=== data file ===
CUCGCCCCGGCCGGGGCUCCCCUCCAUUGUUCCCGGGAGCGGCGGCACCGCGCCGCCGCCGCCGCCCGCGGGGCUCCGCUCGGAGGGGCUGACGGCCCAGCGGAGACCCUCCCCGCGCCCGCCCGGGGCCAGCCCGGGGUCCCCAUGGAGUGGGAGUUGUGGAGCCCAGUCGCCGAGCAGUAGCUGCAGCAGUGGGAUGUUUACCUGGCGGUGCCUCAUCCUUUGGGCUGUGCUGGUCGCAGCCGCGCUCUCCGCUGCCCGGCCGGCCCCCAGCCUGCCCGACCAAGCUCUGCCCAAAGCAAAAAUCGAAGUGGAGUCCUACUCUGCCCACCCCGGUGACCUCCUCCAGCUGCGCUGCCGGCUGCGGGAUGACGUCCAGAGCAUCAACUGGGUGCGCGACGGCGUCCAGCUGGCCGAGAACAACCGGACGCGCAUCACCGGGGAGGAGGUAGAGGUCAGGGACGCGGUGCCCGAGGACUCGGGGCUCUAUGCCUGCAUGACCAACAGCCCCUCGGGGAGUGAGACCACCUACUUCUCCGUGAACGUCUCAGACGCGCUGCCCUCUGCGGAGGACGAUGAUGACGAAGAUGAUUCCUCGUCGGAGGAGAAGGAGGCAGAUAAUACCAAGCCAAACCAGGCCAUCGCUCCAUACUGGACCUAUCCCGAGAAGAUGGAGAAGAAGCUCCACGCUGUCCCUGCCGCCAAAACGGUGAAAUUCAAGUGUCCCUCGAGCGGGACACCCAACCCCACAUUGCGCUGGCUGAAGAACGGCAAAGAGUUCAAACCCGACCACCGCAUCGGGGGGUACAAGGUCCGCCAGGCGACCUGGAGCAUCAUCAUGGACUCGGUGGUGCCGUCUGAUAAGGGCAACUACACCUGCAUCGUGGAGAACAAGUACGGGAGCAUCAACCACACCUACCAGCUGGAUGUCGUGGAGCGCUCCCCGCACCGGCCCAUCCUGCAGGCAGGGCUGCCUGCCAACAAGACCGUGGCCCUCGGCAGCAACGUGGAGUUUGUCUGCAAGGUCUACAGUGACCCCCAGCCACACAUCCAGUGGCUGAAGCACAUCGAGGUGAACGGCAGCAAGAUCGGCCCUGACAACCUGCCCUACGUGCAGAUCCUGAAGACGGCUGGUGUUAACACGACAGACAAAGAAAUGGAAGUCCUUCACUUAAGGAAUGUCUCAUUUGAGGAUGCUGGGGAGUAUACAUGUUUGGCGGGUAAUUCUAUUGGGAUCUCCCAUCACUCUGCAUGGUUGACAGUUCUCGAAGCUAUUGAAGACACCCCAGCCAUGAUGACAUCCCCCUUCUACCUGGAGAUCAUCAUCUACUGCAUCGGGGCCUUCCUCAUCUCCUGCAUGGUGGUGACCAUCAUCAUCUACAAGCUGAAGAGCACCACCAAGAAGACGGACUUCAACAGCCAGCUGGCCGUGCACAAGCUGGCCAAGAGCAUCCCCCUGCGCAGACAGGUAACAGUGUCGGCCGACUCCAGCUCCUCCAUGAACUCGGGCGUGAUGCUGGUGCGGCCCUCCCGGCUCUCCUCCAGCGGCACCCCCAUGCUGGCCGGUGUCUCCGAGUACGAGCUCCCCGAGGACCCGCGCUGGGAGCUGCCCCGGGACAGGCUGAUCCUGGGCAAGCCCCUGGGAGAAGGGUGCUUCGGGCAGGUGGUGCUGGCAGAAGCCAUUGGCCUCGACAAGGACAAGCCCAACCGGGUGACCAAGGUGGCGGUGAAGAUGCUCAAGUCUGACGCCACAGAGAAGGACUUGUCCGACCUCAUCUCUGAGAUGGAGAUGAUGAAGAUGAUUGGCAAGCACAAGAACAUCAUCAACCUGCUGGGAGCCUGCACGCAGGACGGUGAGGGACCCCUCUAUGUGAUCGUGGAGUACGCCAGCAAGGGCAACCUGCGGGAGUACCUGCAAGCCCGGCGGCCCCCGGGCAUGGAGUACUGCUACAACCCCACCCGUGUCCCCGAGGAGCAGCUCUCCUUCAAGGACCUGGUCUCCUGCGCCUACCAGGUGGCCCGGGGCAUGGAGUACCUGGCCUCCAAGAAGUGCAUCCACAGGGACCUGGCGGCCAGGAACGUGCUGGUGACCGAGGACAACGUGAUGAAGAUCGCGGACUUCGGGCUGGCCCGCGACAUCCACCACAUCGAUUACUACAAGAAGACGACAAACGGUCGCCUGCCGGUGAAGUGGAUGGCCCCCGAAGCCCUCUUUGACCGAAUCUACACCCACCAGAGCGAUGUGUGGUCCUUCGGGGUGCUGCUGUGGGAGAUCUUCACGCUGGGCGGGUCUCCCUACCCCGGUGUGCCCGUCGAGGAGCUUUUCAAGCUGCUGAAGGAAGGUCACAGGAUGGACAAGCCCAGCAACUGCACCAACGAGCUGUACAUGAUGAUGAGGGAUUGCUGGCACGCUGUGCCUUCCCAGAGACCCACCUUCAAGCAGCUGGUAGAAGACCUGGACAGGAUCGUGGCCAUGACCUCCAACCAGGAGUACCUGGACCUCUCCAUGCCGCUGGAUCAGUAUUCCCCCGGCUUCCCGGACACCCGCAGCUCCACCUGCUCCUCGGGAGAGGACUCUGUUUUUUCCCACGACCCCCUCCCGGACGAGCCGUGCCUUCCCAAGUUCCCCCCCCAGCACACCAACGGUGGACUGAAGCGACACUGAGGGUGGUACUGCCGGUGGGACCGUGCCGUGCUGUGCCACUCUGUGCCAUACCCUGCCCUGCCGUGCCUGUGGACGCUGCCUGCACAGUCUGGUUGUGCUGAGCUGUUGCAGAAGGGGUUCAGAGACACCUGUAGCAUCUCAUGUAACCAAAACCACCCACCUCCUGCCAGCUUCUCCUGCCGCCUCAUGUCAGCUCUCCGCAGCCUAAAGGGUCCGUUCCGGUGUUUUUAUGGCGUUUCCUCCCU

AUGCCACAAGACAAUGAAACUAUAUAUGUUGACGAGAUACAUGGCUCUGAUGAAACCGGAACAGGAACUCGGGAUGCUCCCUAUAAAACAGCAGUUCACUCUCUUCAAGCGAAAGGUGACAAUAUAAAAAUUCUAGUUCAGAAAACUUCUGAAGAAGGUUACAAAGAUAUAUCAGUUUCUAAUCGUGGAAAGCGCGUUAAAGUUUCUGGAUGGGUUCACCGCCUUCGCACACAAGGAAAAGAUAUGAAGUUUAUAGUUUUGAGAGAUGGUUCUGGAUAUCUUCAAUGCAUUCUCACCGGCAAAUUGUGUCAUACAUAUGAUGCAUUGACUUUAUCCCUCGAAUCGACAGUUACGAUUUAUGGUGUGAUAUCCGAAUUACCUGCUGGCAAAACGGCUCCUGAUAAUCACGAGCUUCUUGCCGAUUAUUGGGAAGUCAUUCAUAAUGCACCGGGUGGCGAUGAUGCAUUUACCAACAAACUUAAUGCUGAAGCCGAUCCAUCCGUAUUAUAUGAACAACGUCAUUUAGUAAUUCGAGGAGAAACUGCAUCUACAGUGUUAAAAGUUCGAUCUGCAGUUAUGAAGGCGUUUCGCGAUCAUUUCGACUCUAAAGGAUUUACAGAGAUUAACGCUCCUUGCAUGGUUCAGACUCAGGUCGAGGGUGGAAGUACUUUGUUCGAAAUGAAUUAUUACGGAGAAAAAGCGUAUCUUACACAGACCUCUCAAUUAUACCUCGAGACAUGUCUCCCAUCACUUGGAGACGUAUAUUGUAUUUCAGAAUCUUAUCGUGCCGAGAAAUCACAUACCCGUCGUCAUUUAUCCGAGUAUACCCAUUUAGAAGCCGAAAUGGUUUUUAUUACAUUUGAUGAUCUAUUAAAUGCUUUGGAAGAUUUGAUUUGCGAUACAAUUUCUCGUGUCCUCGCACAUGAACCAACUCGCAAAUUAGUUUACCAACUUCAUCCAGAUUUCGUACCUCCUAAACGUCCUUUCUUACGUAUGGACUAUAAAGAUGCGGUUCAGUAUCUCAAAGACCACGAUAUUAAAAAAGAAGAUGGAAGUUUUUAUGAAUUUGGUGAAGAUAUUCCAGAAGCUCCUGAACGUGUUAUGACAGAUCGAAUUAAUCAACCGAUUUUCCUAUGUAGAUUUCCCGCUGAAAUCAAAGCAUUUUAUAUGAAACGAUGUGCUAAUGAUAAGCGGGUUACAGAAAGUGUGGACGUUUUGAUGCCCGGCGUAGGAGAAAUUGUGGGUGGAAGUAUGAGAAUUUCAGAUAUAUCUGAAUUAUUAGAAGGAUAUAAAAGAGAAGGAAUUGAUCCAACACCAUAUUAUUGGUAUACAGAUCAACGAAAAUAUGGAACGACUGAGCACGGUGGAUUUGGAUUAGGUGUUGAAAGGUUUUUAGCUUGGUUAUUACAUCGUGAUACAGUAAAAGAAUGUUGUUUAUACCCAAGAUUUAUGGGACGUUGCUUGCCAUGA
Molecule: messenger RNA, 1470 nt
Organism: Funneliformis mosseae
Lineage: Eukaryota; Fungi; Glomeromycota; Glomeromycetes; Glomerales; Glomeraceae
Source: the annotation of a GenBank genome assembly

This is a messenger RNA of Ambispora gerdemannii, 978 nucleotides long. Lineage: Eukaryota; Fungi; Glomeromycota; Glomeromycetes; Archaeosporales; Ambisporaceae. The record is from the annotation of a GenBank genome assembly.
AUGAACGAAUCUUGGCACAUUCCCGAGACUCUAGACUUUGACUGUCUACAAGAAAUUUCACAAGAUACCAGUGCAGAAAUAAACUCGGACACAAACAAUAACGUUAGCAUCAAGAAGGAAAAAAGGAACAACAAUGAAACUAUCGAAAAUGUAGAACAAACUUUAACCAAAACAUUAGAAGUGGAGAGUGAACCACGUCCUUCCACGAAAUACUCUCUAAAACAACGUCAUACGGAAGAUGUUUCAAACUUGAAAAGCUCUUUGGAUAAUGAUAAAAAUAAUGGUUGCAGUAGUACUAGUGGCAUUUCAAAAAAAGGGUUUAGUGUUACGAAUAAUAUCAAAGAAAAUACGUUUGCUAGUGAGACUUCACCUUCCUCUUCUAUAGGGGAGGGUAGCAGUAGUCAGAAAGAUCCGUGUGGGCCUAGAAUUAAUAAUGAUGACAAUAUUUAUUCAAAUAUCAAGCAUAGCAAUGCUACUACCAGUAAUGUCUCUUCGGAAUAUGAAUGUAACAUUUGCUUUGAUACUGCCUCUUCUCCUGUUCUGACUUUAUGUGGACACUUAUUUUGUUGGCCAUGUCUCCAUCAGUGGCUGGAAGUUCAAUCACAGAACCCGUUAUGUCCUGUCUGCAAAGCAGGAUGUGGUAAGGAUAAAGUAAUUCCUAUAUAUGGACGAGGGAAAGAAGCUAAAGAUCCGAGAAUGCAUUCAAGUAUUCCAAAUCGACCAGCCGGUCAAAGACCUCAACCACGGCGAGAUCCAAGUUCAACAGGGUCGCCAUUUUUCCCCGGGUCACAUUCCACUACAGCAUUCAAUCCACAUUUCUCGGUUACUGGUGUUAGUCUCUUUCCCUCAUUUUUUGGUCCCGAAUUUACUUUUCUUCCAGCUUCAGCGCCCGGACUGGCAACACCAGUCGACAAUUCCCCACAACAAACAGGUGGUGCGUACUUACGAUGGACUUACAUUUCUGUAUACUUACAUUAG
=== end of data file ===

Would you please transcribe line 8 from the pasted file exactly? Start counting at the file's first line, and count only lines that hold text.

AUGAACGAAUCUUGGCACAUUCCCGAGACUCUAGACUUUGACUGUCUACAAGAAAUUUCACAAGAUACCAGUGCAGAAAUAAACUCGGACACAAACAAUAACGUUAGCAUCAAGAAGGAAAAAAGGAACAACAAUGAAACUAUCGAAAAUGUAGAACAAACUUUAACCAAAACAUUAGAAGUGGAGAGUGAACCACGUCCUUCCACGAAAUACUCUCUAAAACAACGUCAUACGGAAGAUGUUUCAAACUUGAAAAGCUCUUUGGAUAAUGAUAAAAAUAAUGGUUGCAGUAGUACUAGUGGCAUUUCAAAAAAAGGGUUUAGUGUUACGAAUAAUAUCAAAGAAAAUACGUUUGCUAGUGAGACUUCACCUUCCUCUUCUAUAGGGGAGGGUAGCAGUAGUCAGAAAGAUCCGUGUGGGCCUAGAAUUAAUAAUGAUGACAAUAUUUAUUCAAAUAUCAAGCAUAGCAAUGCUACUACCAGUAAUGUCUCUUCGGAAUAUGAAUGUAACAUUUGCUUUGAUACUGCCUCUUCUCCUGUUCUGACUUUAUGUGGACACUUAUUUUGUUGGCCAUGUCUCCAUCAGUGGCUGGAAGUUCAAUCACAGAACCCGUUAUGUCCUGUCUGCAAAGCAGGAUGUGGUAAGGAUAAAGUAAUUCCUAUAUAUGGACGAGGGAAAGAAGCUAAAGAUCCGAGAAUGCAUUCAAGUAUUCCAAAUCGACCAGCCGGUCAAAGACCUCAACCACGGCGAGAUCCAAGUUCAACAGGGUCGCCAUUUUUCCCCGGGUCACAUUCCACUACAGCAUUCAAUCCACAUUUCUCGGUUACUGGUGUUAGUCUCUUUCCCUCAUUUUUUGGUCCCGAAUUUACUUUUCUUCCAGCUUCAGCGCCCGGACUGGCAACACCAGUCGACAAUUCCCCACAACAAACAGGUGGUGCGUACUUACGAUGGACUUACAUUUCUGUAUACUUACAUUAG